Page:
For even more competence in battery production in the Ostalb region of GermanyHS Aalen receives around 400,000 euros in funding for joint battery research project with automation specialist VAF

Zum Auftakt des neuen Batterie-Forschungs-Projekts trafen sich die Partner an der Hochschule Aalen. Auf dem Bild von links: Prof. Dr. Heinrich Steinhart, David Kolb, Stephan Koch, Markus Hofele (alle Hochschule Aalen), Thomas Braun, Tobias Huber und Thomas Stippler (alle VAF). Foto: © Hochschule Aalen | Andrea Heidel

Tu, 20. Dezember 2022

Innovative energy storage concepts are more in demand than ever, they make an important contribution to electromobility and are seen as a beacon of hope for the energy transition. However, the manufacturing processes of batteries involve complex steps in which there is still a lot of potential for research and improvement. In a freshly launched project, two research groups at Aalen University together with VAF, the automation specialist based in Bopfingen, now want to develop a novel, contamination-free dosing station for lithium-ion batteries. The state of Baden-Württemberg is funding the project with around 400,000 euros.

Lithium-ion cells are the key to mobile power supply and make electromobility not only possible but also practical. A wide range of mobile applications - from power tools and motor vehicles to large construction machinery - will be supplied with energy in the future thanks to efficient battery technology. This requires new storage technologies and efficient production processes, because the manufacture of lithium cells involves numerous, highly complex production steps.

In order to research these and further advance cell production expertise in the Ostalbkreis region, two groups of researchers at Aalen University have now received funding of around 400,000 euros. The "ELDosBATT" research project is being funded by the Baden-Württemberg Ministry of Economics, Labor and Tourism as part of the "Invest BW" program.

In addition to the LaserApplicationCenter (LAZ) at Aalen University around the President and LAZ director, Prof. Dr. Harald Riegel, the working group headed by Prof. Dr. Heinrich Steinhart from the Laboratory for Power Electronics and Electric Drive Technology (LEA) is involved in the project. The consortium also includes VAF from Bopfingen, a company that specializes in the development and construction of complex automation solutions for new technologies such as the production of battery cells.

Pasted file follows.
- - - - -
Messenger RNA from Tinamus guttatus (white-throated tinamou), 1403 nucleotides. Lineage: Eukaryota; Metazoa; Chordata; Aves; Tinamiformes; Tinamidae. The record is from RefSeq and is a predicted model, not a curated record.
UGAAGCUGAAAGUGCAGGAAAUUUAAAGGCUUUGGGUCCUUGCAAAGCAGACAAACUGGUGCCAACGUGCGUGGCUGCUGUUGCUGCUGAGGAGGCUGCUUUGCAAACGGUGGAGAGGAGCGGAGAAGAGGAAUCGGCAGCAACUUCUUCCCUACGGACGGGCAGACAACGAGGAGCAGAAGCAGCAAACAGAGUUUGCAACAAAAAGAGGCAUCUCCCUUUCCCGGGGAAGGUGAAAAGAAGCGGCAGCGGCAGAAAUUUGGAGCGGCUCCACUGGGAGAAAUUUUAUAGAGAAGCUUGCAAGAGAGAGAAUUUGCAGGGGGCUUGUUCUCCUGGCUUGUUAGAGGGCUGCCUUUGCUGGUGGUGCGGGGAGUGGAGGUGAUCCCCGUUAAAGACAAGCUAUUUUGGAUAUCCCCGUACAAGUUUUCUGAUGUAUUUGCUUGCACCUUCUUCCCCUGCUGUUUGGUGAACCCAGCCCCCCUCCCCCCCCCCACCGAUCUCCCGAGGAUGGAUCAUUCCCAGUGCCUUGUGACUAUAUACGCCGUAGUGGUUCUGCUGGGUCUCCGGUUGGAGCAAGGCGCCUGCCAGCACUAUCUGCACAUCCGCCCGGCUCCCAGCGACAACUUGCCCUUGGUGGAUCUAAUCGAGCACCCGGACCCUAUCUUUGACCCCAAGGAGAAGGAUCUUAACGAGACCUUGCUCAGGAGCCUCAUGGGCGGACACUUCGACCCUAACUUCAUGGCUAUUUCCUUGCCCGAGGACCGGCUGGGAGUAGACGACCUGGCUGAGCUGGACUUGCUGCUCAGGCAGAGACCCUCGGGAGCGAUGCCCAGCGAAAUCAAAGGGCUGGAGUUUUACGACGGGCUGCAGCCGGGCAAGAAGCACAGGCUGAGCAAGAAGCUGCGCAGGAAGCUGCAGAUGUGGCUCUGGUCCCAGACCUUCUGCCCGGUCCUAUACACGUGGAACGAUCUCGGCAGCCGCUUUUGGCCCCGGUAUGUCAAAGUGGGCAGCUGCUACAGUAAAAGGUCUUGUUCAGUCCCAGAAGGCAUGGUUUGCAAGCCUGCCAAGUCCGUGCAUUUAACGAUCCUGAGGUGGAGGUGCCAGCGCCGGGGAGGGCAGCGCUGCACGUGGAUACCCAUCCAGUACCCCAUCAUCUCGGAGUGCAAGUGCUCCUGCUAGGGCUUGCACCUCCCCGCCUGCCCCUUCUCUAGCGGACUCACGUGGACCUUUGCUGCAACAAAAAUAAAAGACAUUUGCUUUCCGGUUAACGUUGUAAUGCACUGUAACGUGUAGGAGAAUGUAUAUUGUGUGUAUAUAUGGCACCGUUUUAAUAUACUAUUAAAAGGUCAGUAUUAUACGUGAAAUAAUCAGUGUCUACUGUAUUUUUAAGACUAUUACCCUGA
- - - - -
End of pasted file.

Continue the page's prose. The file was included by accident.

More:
"In the production chain of round cells and prismatic battery cells, we are developing new solutions in electrolyte filling and the subsequent laser welding process on arresters and battery housings as part of the research project," explains Markus Hofele, a doctoral student at the LaserApplicationCenter (LAZ) at Aalen University, who was in charge of applying for the project. "At its core, the goal is to develop a novel, contamination-free electrolyte dosing station for variable battery cell types," adds Prof. Steinhart.

Batteries are filled like canned fish

Inside, a battery consists of several rolled-up layers that are filled with an electrolyte liquid after being placed in a housing. The process can be imagined as in a fish can, Hofele describes: If the sardines are stacked nicely on top of each other in the can, a dosing station comes and fills up a precisely dosed amount of oil via a funnel. However, this is where the difficulties begin during cell filling: "The electrolyte seeps through only slowly to the bottom, so it must first be overdosed. But in no case so much that it overflows. Every milliliter really matters here." Even small deviations lead to capacity deviations or defects in the lithium cell. In addition, he said, contamination of the lid and contacts with electrolyte leads to defects in the welding process.

The project will last a total of two years and includes several subprojects: The working group around Prof. Steinhart is developing a novel, high-precision dosing station for electrolyte filling, and the LAZ is subsequently investigating the influence of different laser wavelengths in the case of different contamination states by the electrolyte solution. The LAZ team is also developing new welding strategies to better join the battery components. "We want to develop a robust process and, together with VAF, a prototype system for efficient cell production with low reject rates," Hofele summarizes. After all, the partner VAF not only develops systems for cell production, but is also closely networked with automotive manufacturers: "This is a real Ostalbkreis project with which we will further advance the competence for cell production in the Ostalbkreis."